Here at Build Abroad, we have found that it is best to build with local materials. Local materials can vary from mud bricks to bamboo depending on the region, but the one thing they have in common is they are easily accessible and cheap. We are very intrigued by a recent method of constructing with recycled bottles that create a bottle structure because in some countries these non biodegradable bottles litter the streets. In some ways you could call it a “local material.”
A bottle structure has numerous benefits:
- Rids the community of harmful plastic waste
- Educates the community about the environment
- Offers insulation qualities if necessary by filling bottles with wrappers.
- It’s free. A found plastic bottle is a free brick.
For this reason, many developing countries are embracing the construction of bottle structures.
1905: Tom Kellys House
In 1905, at the age of 76, Mr. Tom Kelly started the first bottle structure in Rhyolite, Nevada. He used over 30,000 beer bottles that were held together with adobe. Being that Rhyolite was a Gold Rush town, he had no trouble collecting the beer bottles from the local saloons. He completed the house in under 6 months but he never actually lived in the home. Instead he raffled off tickets to win the home.
About 20 year later, the Gold Rush had settled down and the town was close to deserted. Paramount Studios found the house and repaired it for one of their movies. The home still stands to this day and volunteers care of it.
1960’s: Heineken WOBO
In the 1960s, Heineken proposed an idea that was ahead of its time. The idea was to construct rectangular beer bottles that could double as bricks for affordable housing. The idea actually came from the CEO of Heineken who was visiting an island in the Caribbean and saw a large amount of trash in the streets including countless beer bottles. He also noticed a lack of housing and put two and two together. His idea was to create a bottle that could serve as a brick when finished. They called this bottle the Heineken World Bottle, or WOBO for short. It was designed by the Dutch architect, John Habraken.
Heineken made about 100,000 WOBOs and even constructed a prototype bottle structure. Unfortunately, the bottle never made it to the market. In the 60s, people didn’t have the same environmental or social consciousness as they do today, so the idea never stuck.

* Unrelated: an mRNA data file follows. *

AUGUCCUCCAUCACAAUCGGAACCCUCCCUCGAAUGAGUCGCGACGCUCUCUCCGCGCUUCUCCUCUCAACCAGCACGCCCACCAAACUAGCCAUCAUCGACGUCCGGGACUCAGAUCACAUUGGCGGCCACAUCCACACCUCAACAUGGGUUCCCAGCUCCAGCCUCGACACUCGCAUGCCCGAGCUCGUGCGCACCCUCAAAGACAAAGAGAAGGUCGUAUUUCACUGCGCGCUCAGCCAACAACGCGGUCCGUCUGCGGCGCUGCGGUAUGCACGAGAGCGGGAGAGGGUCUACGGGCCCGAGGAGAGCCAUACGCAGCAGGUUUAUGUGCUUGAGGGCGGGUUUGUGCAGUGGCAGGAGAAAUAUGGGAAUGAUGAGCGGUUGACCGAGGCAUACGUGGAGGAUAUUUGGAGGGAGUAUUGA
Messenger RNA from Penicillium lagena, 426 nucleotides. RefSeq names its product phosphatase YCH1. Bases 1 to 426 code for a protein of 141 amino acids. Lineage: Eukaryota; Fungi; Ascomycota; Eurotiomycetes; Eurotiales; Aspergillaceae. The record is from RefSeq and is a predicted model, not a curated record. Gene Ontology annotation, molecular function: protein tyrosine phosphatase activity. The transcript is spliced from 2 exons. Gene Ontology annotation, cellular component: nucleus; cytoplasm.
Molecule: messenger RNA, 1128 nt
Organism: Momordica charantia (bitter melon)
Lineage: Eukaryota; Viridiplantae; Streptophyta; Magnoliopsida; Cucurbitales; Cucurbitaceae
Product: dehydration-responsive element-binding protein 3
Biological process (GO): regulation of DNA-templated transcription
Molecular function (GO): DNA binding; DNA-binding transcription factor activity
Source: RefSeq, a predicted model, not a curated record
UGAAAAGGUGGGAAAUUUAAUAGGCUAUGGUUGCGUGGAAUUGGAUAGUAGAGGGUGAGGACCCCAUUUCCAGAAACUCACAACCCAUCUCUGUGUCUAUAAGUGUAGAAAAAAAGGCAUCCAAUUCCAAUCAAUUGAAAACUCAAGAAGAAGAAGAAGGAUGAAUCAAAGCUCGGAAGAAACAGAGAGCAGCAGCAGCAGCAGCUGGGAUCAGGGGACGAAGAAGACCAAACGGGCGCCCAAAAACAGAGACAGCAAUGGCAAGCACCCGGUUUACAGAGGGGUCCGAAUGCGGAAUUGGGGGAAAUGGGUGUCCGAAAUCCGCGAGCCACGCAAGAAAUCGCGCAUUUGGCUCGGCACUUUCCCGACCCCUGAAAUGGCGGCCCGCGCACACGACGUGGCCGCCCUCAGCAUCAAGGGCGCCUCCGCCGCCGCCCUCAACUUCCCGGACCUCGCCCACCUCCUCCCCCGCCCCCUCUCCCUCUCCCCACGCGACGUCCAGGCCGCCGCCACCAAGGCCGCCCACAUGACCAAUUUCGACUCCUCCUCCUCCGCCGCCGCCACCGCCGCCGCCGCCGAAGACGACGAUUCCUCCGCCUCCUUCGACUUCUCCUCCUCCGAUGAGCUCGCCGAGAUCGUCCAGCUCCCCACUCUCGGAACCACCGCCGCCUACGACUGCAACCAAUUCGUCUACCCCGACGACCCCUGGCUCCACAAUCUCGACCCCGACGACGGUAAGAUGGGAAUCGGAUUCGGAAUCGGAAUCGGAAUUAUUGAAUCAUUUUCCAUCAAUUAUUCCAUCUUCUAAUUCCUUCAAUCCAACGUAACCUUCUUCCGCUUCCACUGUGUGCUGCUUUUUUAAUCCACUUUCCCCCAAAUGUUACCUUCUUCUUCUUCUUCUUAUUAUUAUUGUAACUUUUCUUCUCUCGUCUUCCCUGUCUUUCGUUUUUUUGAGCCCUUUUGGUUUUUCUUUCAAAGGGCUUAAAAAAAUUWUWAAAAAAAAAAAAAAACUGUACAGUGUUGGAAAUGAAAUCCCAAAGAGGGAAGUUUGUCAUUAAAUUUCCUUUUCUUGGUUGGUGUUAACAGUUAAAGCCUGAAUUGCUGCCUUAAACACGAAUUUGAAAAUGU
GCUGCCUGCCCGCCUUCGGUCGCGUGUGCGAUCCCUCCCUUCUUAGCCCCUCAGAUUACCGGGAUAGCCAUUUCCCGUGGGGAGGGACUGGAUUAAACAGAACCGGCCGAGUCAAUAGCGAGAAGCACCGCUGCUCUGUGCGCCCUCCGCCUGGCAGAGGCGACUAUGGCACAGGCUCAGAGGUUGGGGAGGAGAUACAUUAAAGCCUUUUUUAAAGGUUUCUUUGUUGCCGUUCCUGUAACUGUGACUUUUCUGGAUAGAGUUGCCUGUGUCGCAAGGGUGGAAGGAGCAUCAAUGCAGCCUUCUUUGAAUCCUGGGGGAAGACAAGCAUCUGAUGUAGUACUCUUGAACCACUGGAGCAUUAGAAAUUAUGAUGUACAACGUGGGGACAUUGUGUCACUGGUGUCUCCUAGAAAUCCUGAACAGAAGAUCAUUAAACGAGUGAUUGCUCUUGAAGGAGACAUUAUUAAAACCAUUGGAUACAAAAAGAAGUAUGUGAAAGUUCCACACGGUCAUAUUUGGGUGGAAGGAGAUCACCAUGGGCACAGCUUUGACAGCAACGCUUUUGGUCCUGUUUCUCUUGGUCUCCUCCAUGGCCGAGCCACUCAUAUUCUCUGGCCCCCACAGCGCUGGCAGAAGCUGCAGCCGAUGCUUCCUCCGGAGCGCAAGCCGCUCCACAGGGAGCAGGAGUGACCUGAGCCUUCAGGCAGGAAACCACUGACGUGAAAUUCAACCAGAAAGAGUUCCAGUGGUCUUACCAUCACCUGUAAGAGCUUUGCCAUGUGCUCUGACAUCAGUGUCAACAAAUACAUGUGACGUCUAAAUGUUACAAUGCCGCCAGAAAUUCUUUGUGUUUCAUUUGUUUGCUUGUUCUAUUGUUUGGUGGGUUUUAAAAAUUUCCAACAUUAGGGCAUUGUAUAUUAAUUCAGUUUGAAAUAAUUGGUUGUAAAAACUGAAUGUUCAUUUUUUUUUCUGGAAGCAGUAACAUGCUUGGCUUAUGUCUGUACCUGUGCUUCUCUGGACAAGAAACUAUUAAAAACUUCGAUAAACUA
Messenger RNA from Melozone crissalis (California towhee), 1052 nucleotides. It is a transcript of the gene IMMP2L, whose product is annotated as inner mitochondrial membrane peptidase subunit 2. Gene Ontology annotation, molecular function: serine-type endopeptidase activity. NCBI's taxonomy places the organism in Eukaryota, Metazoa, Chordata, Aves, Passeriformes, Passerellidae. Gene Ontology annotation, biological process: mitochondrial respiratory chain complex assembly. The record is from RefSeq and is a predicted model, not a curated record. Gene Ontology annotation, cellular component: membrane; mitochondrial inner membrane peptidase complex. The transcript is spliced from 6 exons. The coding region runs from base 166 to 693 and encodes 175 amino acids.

1981: Edouard’s Bottle Houses
In the early 80s, a man by the name of Edouard Arsenault was inspired by a postcard of a building created from bottles. The building was a bottle structure completed by George Plumb about 20 year prior. Edouard started collecting bottles and created his first Bottle Houses in 1981. In the next the next 3 years, he created 3 more “fantasy-like” buildings out of bottles. His property was turned into a tourist attraction, which is open to the public.
2005: Pura Vida
Pura Vida was the first since the WOBO to bring a humanitarian goal to bottle construction. Pura Vida is not an association or even a non profit; instead they consider themselves an independent movement. Their mission is to promote an environmental consciousness among the indigenous villages of Guatemala. They do this in a number of ways, one of which is through bottles, which they refer to as an “eco-block.” The Eco-block is an environmentally conscious way to handle the plastic bottles that litter the streets of rural areas.
2009: Hug It Forward
Hug it Forward took some of the ideas of Pura Vida and turned them into a successful nonprofit. Hug it forward was formed in the fall of 2009 by Zach Balle and Heenal Rajani. Their idea was to create a grassroots organization in Guatemala that uses plastic bottles to build schools. The first building was completed in 2009 and since then they have completed over 100 more bottle schools. They have building schools down to a science, averaging about 10 schools a year. The cost is only about $6,500 per classroom, which is a very affordable way to build.
Hug it Forward encourages other people to build bottle schools. To fulfill this goal, volunteers working for the organization have created a Bottle School Manual, which is a free open source guide on how to construct a bottle school yourself.